Sunday, April 21, 2013

An Unremarkable Massacre

by Anthony Schiappa

What else can be said about the attack on Boston? For all its carnage, it just confirmed what we already knew.

It reminded us that real legacy of the Bush years is very much alive, namely that the distinction between war and peace has disintegrated and will eventually become meaningless. For over eleven years now we’ve been fighting a war with no clearly defined enemies or objectives or battlefields. In many cases there are no obvious weapons—instead, we now have pressure cookers, ball bearings, and airliners. War is always happening and it is everywhere, a fact we are continuously absorbing into our everyday lives. And we’ll keep on getting used to it. Eventually it will become mundane. 

Within twenty years, Boston-like massacres followed by a martial lockdown will become little more than a nuisance, slightly more inconvenient than a traffic jam. 

Of course, this kind of violence has been a fact of life for millions of people for decades on end; the only thing new is that this violence is now happening in America. The history of the global role of the United States in the postwar years is well-known and no longer controversial. Even the most reactionary right-wingers accept these bland truths. The Long War, to borrow Rumsfeld’s ingenious phrase, has been raging on the periphery for years. On 9/11 it came home, becoming visible on our turf. Nothing more, nothing less.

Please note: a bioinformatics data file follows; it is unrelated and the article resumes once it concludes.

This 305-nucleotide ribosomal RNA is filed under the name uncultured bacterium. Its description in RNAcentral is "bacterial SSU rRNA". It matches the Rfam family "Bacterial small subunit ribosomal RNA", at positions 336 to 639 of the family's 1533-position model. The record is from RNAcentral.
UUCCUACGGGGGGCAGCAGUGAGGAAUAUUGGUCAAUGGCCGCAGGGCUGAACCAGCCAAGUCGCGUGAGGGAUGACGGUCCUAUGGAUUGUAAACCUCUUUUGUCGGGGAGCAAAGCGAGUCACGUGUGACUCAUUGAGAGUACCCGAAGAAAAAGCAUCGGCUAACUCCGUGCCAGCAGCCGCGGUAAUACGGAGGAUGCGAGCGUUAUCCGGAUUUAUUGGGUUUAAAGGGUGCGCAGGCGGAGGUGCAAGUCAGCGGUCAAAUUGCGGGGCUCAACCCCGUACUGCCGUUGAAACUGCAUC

And it’s here to stay.

Without a strong, organized, and truly unapologetic Left, there is no reason to expect things to ever be different. What we have instead is more pleading from liberals for tolerance of Muslims and immigrants, and reminders of continuing horrors abroad. Many find it impossible to critique such a sentiment that on its face seems like a well-meaning message of understanding, but we must do so, because ultimately these sentiments miss the point. They reveal a tacit acceptance of an intolerable situation—namely the infinite violence engendered by the exercise and expansion of power through the marketplace—simply wishing to manage this repugnant, unholy state of affairs in a more human, multicultural way. We’re not exhorted to resist but admonished into superficial empathy.

It is easy enough to discern the familiar motivation behind the liberal reminders of the world’s ongoing horrors. It seems to come not from a genuine solidarity with the victims but from a desire to shame our fellow Big Dumb Americans for their narcissistic compassion. It’s a group surely worthy of scorn, but I have my doubts that anyone really cares about the Syrians, the Afghans, the Iraqis, or any of the other groups routinely blown to bloody smithereens, either by us or our donated weapons, but plenty of people are happy to use those same victims to embarrass Uncle Sam, the fat, ignorant maroon that he is, and the Diet Coke-guzzling, church-going, gun-fanatic proles that love him. This is not radical emancipatory politics, it is snobbery. The rancid class-prejudice Orwell identified way back in the 1930s still permeates the coddled and comfortable Left, a whole generation that has never had to put anything on the line for its alleged ideals.

This is why I harp so much on Left. It’s not around when we need it the most.

So it continues: a fearful and vain population more completely subsumed into the world of postmodern, everyday warfare of the “network,” endless power games waged across our bodies in ball bearings and shrapnel, on and on, until there's no more money to burn.

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